Hope you're all well and as always thanks for stopping by!

Thursday, 1 May 2014

Mens Shirt to Cute Skirt

My husband just gave me a pile of shirts that have become surplus to his requirements because they are looking too old - usually round the collar or sleeves or have been stained somehow.  They are a perfect upcycling resource so I thought I would do a tutorial on how I took an old shirt and turned it into a cute and 100% usable skirt!

SO here goes...

You will need
A mans shirt
thread to match
I used a sewing machine but you could do it with a needle and thread
Tape Measure

1. I started off by measuring how long I wanted the skirt to be - I worked from my hips as I knew I was going to do a wide waist band.  Then I marked this line onto the shirt and cut along this line

2.Next I took the bottom piece of the skirt and sewed about 1cm away from the top edge all the way round from button to button hole.  This stitch is going to be gathered so if you are using a machine set it to the longest stitch length that you can and leave about 10cm thread on each end.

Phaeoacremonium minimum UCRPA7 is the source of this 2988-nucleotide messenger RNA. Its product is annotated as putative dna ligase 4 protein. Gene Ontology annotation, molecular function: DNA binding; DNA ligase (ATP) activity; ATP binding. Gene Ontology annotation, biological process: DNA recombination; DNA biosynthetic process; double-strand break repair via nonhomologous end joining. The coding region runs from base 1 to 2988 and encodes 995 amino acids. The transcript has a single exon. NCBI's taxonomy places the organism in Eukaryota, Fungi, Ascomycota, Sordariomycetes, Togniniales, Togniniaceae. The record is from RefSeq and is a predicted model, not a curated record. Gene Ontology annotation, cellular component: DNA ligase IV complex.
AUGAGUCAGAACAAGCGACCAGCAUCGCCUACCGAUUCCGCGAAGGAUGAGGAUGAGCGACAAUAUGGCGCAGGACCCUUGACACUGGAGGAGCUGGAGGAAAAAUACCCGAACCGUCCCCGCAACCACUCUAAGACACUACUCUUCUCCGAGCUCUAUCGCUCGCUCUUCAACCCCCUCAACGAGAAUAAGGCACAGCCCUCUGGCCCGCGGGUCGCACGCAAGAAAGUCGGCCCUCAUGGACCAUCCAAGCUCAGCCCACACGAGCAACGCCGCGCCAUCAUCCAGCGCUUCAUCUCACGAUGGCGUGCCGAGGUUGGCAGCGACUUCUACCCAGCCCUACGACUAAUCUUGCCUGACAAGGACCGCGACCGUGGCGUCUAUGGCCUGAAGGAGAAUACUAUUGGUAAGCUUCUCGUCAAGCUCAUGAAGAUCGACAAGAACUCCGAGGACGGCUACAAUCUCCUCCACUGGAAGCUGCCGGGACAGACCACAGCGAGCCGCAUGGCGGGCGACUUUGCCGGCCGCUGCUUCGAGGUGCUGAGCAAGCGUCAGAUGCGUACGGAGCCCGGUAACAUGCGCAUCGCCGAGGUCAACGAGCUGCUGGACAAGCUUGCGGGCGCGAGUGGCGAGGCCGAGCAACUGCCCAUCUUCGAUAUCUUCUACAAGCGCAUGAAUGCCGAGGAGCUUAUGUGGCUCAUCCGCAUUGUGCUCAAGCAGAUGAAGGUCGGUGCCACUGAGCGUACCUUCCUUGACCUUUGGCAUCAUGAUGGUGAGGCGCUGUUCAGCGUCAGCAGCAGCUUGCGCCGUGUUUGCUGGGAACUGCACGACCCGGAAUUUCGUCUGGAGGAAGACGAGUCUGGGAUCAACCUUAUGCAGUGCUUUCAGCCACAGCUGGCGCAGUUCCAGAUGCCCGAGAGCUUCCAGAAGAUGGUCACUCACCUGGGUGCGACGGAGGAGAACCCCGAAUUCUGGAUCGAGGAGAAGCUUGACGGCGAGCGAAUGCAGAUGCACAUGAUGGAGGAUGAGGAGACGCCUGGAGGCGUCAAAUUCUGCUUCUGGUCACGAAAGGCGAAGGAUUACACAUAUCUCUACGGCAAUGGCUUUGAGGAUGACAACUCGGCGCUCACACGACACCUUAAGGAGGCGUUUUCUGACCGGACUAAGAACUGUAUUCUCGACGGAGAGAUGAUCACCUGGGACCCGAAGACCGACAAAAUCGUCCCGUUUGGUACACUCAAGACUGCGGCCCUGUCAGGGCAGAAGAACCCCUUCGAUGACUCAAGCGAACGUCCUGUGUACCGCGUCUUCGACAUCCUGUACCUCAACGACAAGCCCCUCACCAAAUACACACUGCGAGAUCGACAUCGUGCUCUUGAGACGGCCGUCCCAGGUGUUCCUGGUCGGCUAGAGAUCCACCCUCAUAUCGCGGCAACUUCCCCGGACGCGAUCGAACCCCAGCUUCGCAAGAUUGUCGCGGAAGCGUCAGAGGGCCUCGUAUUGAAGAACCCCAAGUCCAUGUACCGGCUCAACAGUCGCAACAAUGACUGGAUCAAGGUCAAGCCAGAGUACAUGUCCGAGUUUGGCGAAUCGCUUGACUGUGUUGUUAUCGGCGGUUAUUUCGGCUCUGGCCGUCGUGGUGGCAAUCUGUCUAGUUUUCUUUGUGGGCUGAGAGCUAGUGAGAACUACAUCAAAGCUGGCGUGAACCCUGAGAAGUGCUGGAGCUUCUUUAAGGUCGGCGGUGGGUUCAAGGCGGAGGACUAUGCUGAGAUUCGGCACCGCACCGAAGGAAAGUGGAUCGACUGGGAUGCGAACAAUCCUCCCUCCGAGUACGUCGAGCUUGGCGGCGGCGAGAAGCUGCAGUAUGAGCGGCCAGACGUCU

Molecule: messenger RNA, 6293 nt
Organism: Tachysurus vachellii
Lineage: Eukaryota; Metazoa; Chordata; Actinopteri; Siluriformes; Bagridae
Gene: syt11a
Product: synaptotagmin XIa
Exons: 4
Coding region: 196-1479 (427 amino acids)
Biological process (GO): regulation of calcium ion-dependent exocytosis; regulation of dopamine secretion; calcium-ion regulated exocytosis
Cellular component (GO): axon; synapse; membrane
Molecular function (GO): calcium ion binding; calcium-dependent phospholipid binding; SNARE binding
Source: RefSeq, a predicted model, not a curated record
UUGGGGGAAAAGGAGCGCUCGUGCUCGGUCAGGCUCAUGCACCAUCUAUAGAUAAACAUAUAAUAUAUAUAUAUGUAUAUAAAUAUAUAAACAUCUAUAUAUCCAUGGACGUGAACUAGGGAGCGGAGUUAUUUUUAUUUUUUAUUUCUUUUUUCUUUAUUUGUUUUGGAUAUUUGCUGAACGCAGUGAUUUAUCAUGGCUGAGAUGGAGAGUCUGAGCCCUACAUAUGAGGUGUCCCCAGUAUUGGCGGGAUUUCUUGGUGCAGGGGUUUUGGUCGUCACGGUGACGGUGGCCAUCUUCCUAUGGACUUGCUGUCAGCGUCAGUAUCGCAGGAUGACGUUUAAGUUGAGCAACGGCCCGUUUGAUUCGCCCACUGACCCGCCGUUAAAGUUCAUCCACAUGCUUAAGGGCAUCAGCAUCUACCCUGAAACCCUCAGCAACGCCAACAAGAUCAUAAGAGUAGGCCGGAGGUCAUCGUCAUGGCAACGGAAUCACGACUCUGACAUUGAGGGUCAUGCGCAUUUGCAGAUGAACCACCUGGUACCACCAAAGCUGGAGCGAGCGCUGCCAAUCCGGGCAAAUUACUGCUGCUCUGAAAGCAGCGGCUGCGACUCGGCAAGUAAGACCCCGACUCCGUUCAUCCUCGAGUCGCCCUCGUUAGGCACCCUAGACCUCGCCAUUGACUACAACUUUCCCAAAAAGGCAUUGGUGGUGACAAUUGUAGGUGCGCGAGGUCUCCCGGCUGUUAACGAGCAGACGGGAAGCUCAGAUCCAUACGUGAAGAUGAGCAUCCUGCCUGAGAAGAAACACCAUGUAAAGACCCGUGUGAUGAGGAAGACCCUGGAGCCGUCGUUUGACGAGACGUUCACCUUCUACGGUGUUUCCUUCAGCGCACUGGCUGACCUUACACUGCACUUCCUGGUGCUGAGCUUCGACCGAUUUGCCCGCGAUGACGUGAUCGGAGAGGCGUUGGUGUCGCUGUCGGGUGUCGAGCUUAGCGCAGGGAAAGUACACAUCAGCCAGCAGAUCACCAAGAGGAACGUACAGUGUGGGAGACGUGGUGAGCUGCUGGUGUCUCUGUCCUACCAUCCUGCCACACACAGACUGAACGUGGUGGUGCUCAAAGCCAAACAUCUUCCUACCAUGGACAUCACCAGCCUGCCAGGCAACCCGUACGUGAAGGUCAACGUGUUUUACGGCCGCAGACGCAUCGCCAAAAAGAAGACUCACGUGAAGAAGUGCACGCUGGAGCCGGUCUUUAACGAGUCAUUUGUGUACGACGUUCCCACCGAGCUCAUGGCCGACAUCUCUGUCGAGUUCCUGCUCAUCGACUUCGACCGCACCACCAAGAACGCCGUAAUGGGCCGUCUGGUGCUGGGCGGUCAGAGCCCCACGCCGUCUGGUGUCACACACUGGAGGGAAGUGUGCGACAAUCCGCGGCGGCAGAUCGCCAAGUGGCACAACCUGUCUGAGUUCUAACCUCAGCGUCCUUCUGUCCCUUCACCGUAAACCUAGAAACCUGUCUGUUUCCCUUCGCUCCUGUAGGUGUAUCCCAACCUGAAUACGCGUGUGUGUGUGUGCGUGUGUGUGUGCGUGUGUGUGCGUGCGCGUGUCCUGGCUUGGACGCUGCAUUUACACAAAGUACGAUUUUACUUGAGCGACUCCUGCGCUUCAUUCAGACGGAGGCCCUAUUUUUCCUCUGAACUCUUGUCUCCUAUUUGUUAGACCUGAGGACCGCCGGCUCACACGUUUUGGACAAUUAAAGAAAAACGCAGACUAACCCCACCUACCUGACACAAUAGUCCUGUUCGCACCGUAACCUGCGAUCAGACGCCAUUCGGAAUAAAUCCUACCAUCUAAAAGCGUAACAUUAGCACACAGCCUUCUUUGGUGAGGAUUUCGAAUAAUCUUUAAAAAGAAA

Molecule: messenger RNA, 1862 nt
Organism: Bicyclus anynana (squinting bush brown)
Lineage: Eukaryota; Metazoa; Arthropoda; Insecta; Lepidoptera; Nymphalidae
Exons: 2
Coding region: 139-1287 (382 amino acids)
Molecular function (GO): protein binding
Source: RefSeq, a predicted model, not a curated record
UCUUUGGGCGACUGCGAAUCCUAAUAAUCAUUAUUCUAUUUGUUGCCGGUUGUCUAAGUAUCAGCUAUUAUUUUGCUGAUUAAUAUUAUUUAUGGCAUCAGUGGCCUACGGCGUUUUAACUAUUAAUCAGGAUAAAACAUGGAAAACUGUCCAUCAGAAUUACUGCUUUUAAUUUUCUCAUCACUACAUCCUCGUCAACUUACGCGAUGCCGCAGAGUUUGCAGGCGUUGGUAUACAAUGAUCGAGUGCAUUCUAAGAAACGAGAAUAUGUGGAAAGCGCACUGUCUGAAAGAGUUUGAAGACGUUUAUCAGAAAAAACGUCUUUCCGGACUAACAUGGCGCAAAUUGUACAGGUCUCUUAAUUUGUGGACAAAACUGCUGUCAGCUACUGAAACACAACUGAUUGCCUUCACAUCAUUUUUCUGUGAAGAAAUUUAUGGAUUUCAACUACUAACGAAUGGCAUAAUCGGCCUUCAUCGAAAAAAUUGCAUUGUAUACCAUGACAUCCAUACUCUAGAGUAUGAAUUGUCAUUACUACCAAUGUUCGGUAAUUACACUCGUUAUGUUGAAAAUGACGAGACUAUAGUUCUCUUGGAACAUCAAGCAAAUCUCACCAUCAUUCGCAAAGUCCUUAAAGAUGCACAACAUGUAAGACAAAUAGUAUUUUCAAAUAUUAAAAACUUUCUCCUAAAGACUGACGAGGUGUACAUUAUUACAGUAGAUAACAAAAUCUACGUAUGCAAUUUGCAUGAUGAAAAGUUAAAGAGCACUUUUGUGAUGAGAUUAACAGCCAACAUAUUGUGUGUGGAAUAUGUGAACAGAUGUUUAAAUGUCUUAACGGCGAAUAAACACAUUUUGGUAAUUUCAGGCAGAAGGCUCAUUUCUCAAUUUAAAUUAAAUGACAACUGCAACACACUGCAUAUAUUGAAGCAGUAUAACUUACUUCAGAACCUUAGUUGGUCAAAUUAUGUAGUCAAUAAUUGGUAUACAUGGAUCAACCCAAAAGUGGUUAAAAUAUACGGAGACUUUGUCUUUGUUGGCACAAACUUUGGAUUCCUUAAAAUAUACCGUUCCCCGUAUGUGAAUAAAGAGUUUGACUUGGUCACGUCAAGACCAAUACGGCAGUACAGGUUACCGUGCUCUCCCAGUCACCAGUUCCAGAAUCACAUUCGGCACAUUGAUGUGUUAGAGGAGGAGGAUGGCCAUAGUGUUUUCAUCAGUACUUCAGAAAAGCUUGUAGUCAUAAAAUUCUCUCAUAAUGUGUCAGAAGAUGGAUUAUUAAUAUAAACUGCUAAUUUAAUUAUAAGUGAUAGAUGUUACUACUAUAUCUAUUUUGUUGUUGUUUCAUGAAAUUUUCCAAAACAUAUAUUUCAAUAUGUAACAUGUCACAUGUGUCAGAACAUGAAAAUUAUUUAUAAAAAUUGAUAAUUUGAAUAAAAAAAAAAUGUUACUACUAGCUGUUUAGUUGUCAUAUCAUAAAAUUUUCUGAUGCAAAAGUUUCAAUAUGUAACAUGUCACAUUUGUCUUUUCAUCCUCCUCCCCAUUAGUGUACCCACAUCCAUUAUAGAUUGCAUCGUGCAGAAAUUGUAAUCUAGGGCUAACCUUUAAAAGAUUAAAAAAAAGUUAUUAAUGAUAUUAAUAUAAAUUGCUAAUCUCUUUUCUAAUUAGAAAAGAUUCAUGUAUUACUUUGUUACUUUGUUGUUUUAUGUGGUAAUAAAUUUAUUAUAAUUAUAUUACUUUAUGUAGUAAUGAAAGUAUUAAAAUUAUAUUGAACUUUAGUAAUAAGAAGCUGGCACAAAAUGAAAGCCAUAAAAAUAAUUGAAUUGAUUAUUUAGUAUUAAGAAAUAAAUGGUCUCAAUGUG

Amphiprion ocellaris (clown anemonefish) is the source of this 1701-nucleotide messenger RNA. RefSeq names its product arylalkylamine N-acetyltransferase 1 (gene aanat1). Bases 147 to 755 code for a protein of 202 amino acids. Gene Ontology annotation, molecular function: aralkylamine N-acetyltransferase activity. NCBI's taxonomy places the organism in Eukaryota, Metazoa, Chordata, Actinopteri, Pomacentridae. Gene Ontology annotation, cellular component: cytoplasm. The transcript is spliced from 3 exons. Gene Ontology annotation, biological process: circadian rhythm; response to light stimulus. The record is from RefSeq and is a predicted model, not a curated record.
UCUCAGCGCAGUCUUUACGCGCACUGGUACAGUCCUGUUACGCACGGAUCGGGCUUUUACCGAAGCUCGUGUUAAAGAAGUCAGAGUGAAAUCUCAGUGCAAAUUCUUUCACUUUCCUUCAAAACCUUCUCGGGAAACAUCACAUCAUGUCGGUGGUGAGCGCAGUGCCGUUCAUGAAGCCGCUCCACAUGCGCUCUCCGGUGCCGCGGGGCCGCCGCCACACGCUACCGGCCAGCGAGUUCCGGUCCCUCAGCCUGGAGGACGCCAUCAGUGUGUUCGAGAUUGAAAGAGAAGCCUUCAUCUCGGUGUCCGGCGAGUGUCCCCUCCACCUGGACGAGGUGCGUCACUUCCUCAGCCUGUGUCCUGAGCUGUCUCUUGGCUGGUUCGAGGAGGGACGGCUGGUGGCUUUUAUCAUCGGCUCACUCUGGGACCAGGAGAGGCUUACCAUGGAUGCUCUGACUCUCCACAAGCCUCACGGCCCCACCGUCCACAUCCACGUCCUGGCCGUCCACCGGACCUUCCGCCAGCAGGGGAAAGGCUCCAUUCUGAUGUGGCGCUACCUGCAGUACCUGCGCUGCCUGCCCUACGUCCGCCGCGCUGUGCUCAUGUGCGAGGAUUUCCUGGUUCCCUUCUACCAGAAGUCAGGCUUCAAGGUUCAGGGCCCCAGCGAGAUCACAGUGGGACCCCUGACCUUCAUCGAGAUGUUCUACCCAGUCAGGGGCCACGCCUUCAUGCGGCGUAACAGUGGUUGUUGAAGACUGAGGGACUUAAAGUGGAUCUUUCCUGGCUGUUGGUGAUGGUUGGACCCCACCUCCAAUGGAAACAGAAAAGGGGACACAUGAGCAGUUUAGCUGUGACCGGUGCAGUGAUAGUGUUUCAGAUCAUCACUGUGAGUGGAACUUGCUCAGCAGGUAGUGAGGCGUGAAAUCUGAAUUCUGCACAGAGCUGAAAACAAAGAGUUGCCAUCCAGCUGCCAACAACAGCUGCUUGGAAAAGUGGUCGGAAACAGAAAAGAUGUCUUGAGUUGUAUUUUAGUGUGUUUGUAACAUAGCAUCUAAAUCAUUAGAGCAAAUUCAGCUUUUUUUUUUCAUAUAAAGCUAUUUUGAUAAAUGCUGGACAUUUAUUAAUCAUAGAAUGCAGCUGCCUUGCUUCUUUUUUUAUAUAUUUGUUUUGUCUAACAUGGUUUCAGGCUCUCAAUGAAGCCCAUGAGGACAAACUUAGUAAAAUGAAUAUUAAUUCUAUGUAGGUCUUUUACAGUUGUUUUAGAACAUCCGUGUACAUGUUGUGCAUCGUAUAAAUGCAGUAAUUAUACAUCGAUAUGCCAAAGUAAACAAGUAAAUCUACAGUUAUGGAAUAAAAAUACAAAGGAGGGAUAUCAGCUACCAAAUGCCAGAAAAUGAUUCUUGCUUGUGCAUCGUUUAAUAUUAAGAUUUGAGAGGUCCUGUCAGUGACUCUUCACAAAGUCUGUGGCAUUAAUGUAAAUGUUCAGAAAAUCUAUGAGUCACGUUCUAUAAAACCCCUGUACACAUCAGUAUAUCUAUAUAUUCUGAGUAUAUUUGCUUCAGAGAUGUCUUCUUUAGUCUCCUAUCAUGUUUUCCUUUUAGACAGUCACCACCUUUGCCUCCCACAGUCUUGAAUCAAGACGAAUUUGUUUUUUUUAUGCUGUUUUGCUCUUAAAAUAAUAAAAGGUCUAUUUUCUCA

3. Now take the bottom thread and gently pull - the fabric should start to gather and you can start to tease the gathers through the fabric until it matches your waist measurement.  It already looks quite cute right!

4. Now I need a waist band.  I wanted a nice line running down the skirt of the buttons so decided to use the front of the shirt as the waist band.  I cut out the front along all the seams therefore cutting the collar and sleeves off and then repeated for the back.